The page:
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Blue Ruin
In Theaters: 04/25/2014
On Video: 07/22/2014
By: Blake Crane
Blue Ruin
Can I get a jump?
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Revenge isn’t so sweet in Jeremy Saulnier’s Blue Ruin, an unblinking look at a journey down the winding road to retribution and beyond. The writer-director organizes the ugliness in a subdued mood piece that entertains and provokes. This Coen-esque thriller communicates clearly without getting bogged down in over-explanation of character motivations or plot minutiae. We know who’s doing what and why – maybe not right away – but it’s more important that we’re engrossed in the grimy business of vengeance. Payback isn’t only a bitch for the target of retaliation, but for everyone involved, directly or on the periphery.

Haggard and homeless, Dwight Evans (Macon Blair) wanders an east coast beachside town foraging for food before retiring to his broken-down Pontiac Bonneville – a faded blue heap stalled between the dunes. One morning a kindly police officer tells Dwight simply, “He’s being released.” The “he” is Wade Cleland, a convicted murderer sent to prison for killing Dwight’s parents 20 years earlier. Dwight reconnects his car’s – and his own – battery and sets out to exact vigilante justice. To that aim, two decades of pent-up emotions are released in a relatively swift success, but this end doesn’t provide tidy closure. How could it? The backwoods Cleland clan isn’t the type to involve authorities in these matters. Dwight now has to maneuver through an escalating cycle of violence he’s woefully ill-prepared for, and reconnect with estranged sister Sam (Amy Hargreaves) to inform her that she and her young children are potential targets.

While Blue Ruin isn’t short on bloody payoffs, it’s more concerned with the nature of revenge and its byproducts. There are logical steps as the story progresses, but it never feels like Saulnier is just hitting necessary beats. There’s a practical heaviness on display that transcends the action. The largely wordless opening 20 minutes that establish Dwight as a lonely, forlorn soul set the tone of the film, and also set an appropriate baseline for his sideways evolution. Though he was destitute, Dwight was functional enough to live off the land and cunning enough to sneak into homes to bathe himself. Once he becomes an instrument of vengeance he loses his identity and his shortcomings are exposed. Even his sister, who is happy to see her brother after all these years, doesn’t hesitate to point out his ineptitude.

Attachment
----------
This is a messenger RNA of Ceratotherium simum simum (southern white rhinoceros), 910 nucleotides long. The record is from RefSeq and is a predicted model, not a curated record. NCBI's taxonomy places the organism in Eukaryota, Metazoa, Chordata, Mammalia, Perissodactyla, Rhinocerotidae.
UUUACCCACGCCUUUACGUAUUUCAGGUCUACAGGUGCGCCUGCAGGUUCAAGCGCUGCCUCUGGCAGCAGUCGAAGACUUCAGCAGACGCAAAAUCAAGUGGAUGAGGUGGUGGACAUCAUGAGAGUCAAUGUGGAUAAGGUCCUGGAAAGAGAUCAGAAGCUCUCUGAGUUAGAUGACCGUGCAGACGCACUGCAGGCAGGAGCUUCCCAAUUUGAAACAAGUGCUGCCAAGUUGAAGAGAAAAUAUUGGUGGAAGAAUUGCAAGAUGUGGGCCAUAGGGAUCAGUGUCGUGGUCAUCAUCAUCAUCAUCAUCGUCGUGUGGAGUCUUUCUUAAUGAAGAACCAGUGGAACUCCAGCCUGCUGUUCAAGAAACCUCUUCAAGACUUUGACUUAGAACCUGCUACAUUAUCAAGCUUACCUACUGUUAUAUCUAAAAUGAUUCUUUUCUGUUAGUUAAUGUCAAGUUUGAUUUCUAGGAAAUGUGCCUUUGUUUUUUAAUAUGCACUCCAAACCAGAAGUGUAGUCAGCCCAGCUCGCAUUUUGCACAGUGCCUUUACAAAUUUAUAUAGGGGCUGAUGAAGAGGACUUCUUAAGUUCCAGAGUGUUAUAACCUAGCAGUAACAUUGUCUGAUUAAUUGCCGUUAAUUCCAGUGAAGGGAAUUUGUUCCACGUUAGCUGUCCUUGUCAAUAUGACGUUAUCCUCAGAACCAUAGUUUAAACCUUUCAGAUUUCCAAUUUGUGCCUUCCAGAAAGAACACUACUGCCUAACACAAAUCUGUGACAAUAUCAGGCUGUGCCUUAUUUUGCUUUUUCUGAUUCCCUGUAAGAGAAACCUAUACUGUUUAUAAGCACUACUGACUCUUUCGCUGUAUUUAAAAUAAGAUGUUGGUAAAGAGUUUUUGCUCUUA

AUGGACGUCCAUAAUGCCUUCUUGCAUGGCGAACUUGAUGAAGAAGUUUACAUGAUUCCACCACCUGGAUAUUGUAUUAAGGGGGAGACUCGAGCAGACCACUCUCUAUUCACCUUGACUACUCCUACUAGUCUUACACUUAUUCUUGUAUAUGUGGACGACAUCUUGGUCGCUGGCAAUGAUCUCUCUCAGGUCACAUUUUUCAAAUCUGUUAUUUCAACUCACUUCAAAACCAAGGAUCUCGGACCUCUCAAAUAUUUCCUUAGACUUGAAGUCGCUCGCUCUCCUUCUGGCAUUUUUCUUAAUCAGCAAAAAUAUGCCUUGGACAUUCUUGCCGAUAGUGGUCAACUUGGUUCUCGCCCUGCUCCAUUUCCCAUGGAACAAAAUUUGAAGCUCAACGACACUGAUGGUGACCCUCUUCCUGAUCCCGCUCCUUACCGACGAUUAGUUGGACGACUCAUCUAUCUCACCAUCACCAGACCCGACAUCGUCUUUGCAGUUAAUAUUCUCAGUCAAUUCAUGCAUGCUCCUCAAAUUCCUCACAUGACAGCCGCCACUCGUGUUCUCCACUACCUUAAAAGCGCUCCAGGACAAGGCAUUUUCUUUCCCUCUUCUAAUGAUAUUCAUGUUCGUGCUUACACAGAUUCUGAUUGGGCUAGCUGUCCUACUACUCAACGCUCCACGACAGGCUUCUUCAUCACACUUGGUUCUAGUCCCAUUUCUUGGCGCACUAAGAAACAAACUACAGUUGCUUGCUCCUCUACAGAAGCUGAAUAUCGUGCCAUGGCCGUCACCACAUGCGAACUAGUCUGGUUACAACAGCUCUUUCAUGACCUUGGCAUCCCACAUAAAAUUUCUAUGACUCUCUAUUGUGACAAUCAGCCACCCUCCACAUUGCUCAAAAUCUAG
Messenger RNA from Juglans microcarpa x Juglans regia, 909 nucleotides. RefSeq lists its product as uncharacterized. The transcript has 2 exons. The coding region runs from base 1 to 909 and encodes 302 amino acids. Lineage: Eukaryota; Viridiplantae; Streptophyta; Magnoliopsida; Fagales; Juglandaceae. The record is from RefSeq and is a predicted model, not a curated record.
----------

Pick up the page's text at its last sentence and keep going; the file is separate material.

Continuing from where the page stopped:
Saulnier also allows comedic foibles to bubble up without ever losing the feeling of bleak authenticity. Imagine how hard it would be to procure a gun with no resources, and the frustration that would set in when you steal one that has an unbreakable trigger lock. At one point a wounded Dwight gives self-surgery a try only to wind up worse off, forced to hobble to the hospital. In these scenes, and in all the more serious moments, Blair is able to capture the necessary emotion without relying on dialogue to tell Dwight’s story. There aren’t any flashbacks to fill in gaps, we’re always in the moment with him as he goes from adrift beach bum, to driven killer, to helpless prey in a game of brutal circumstance. The supporting cast is also solid, notably Devin Ratray who pops up as a hospitable old friend able to educate Dwight about firearms and bail him out of a sticky situation.

Quietly insightful, Blue Ruin plays into our primal urge for justice and isn’t afraid to show us the spiraling consequences, physical and emotional, that come with acting on those impulses. It doesn’t politicize, moralize, or pretend to have any answers. To do so would dull the tragedy; and while the film is gloomy, it’s definitely not dull.